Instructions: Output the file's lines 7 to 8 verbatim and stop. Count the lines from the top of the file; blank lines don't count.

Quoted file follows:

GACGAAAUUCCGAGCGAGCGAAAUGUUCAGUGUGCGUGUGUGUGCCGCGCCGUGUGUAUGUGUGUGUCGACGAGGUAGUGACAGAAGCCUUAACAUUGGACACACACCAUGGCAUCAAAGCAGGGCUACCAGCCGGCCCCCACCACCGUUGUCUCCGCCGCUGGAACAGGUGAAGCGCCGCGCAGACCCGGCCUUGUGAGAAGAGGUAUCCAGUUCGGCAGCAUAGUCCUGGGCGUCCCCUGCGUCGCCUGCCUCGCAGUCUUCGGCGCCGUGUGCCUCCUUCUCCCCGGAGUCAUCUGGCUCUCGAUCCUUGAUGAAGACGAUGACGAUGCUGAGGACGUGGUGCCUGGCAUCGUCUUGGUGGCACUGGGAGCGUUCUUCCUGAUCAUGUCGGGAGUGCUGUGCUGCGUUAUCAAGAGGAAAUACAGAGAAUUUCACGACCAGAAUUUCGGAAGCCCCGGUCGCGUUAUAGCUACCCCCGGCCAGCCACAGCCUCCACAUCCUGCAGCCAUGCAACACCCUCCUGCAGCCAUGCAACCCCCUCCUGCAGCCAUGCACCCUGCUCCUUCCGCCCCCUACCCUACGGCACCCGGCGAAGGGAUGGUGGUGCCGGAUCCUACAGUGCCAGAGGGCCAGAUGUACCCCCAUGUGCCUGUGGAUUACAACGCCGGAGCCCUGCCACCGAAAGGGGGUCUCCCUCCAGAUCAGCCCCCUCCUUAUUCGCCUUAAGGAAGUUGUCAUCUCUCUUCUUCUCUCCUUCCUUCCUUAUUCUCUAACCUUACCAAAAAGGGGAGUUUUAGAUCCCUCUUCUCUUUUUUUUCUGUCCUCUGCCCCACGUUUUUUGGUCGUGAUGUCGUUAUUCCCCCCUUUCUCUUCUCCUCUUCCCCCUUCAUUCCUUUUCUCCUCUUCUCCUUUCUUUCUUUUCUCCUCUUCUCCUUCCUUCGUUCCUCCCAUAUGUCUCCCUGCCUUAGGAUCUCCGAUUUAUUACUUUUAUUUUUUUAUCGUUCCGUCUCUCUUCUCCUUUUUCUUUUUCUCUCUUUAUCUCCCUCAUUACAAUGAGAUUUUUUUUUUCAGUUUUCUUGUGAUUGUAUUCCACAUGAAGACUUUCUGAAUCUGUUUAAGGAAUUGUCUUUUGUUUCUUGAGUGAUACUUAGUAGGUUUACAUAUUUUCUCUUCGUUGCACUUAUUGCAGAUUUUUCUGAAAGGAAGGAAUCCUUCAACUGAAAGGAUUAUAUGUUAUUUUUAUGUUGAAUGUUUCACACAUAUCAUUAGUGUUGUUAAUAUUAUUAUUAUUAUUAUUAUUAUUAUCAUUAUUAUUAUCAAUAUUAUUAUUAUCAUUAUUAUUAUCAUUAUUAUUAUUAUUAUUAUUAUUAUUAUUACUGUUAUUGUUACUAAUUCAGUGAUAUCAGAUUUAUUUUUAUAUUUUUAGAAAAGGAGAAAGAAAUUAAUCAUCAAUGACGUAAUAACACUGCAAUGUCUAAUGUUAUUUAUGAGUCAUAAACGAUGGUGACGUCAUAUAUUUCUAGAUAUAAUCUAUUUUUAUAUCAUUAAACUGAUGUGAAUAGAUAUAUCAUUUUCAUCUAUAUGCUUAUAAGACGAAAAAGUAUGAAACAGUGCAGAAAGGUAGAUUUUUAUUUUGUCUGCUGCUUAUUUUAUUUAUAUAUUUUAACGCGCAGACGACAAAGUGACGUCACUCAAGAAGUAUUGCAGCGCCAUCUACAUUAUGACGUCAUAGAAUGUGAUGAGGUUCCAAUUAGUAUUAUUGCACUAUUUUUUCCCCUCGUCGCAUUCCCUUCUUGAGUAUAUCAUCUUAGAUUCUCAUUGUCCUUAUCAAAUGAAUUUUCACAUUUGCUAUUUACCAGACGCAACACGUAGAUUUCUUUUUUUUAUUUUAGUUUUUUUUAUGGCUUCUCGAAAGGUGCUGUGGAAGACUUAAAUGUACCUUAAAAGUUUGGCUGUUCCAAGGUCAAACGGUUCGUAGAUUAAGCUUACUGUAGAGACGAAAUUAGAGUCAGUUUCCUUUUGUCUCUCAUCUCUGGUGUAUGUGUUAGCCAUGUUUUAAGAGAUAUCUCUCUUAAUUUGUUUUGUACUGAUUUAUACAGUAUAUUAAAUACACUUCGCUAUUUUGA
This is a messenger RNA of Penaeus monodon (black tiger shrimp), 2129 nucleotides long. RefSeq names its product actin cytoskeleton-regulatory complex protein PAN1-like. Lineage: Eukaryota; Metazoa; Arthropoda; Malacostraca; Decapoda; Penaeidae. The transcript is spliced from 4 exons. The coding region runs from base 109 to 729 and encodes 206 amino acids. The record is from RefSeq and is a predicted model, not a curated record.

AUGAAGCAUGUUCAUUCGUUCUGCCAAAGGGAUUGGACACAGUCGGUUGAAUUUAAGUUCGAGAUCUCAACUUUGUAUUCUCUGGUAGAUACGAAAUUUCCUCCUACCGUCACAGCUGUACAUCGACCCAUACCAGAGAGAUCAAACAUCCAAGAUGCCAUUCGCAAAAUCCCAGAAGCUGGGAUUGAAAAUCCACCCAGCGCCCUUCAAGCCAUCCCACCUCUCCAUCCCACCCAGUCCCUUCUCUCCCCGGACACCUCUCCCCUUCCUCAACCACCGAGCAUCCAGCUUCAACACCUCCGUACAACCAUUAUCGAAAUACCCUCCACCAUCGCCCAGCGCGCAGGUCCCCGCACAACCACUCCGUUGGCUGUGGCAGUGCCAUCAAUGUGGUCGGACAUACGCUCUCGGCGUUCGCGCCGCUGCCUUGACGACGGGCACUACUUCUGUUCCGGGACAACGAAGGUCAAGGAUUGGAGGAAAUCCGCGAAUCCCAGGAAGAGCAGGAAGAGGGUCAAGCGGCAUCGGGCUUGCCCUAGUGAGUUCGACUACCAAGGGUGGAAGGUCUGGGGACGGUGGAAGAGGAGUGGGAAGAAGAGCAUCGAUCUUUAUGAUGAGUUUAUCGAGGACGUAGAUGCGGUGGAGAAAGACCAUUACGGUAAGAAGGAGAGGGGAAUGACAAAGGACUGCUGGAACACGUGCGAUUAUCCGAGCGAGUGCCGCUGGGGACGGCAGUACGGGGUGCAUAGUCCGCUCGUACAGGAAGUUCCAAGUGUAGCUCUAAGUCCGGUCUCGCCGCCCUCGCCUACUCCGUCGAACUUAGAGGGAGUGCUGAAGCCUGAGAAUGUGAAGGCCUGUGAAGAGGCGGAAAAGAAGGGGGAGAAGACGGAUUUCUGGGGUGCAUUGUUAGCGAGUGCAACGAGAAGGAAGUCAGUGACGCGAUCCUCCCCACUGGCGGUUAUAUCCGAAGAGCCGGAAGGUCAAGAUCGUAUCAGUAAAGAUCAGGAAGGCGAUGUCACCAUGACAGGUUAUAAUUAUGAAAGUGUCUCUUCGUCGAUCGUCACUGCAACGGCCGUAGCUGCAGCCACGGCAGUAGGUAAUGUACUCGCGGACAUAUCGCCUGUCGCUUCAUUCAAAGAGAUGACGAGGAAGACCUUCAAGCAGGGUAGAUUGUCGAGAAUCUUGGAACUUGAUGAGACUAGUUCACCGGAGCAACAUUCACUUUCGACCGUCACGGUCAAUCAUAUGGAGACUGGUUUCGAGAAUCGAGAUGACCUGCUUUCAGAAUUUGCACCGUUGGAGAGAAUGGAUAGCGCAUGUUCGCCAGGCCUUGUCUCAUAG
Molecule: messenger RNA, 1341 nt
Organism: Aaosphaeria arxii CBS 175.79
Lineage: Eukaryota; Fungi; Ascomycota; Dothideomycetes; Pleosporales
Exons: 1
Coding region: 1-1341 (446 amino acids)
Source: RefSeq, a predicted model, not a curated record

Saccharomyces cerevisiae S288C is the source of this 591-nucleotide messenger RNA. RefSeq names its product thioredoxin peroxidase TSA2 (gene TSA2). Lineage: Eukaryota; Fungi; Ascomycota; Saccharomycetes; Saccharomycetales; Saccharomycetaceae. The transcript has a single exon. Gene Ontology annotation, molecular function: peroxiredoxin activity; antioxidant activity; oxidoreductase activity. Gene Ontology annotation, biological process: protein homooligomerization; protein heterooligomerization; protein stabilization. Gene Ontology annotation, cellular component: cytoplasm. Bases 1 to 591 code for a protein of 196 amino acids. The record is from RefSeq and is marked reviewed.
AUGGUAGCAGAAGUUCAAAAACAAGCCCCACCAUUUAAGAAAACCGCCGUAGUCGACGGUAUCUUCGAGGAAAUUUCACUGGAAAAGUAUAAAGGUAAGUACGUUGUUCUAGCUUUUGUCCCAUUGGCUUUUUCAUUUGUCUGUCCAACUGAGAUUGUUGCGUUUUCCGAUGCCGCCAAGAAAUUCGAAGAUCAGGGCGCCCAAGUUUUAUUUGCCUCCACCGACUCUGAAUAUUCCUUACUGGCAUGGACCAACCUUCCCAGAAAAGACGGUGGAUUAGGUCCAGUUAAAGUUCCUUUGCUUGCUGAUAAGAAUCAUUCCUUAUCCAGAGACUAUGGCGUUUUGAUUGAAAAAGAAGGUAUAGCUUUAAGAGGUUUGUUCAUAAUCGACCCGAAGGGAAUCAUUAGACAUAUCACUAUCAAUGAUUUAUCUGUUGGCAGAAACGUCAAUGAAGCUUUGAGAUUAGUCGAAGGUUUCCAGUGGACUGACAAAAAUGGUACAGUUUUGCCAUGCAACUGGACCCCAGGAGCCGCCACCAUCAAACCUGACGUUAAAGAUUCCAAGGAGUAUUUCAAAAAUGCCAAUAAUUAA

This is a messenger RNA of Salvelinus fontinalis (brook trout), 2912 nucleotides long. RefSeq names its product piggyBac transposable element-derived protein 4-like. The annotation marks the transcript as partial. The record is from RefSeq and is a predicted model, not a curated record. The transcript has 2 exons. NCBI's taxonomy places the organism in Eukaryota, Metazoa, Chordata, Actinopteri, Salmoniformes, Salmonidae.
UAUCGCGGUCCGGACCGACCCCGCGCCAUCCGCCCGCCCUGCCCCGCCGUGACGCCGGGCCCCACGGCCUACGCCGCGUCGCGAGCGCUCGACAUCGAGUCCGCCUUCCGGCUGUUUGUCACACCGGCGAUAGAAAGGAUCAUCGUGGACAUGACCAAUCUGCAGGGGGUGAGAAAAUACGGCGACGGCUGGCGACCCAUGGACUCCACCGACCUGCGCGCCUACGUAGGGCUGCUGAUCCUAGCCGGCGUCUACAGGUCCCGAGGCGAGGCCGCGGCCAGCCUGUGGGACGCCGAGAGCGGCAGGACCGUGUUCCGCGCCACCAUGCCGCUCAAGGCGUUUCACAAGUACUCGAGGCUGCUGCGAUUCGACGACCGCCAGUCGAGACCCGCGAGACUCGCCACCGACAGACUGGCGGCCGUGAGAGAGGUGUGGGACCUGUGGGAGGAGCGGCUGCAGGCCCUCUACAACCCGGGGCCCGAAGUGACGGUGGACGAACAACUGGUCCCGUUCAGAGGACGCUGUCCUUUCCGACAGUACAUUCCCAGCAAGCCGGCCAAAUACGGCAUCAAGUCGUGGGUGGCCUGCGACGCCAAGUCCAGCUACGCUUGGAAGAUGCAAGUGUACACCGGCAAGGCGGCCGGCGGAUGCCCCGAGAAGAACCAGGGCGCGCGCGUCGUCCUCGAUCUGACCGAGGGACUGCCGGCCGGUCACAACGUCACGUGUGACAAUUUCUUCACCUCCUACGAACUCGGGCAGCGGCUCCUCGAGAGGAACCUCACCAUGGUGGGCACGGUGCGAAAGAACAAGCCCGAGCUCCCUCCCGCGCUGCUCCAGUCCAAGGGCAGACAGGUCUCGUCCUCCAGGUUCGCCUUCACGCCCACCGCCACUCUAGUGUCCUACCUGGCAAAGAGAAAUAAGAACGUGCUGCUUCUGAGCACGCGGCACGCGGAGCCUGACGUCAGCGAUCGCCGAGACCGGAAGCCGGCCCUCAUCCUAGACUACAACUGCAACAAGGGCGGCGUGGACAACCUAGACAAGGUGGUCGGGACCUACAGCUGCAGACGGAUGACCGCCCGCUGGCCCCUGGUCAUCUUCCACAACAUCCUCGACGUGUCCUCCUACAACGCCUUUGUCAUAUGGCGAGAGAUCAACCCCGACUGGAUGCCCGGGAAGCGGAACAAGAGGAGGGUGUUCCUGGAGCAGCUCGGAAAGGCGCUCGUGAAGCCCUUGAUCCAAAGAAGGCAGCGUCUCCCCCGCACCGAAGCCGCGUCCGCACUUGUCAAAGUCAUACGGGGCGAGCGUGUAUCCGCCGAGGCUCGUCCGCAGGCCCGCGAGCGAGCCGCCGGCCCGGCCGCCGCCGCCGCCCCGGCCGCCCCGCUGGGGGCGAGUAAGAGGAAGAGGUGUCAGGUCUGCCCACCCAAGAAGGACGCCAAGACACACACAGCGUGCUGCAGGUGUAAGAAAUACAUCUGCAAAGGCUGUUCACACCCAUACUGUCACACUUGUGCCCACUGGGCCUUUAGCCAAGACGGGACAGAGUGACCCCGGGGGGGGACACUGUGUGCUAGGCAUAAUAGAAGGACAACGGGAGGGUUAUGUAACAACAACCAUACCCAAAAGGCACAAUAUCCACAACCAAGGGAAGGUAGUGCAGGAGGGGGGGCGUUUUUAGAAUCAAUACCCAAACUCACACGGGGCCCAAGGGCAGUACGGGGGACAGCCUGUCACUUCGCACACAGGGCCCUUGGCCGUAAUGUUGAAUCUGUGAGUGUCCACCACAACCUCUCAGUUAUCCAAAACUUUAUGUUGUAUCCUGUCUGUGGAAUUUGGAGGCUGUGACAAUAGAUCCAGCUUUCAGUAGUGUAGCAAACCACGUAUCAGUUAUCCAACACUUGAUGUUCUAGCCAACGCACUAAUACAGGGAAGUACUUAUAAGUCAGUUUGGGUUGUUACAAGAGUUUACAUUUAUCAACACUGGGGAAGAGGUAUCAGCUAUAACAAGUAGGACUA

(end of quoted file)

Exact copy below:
Exons: 1
Coding region: 1-1341 (446 amino acids)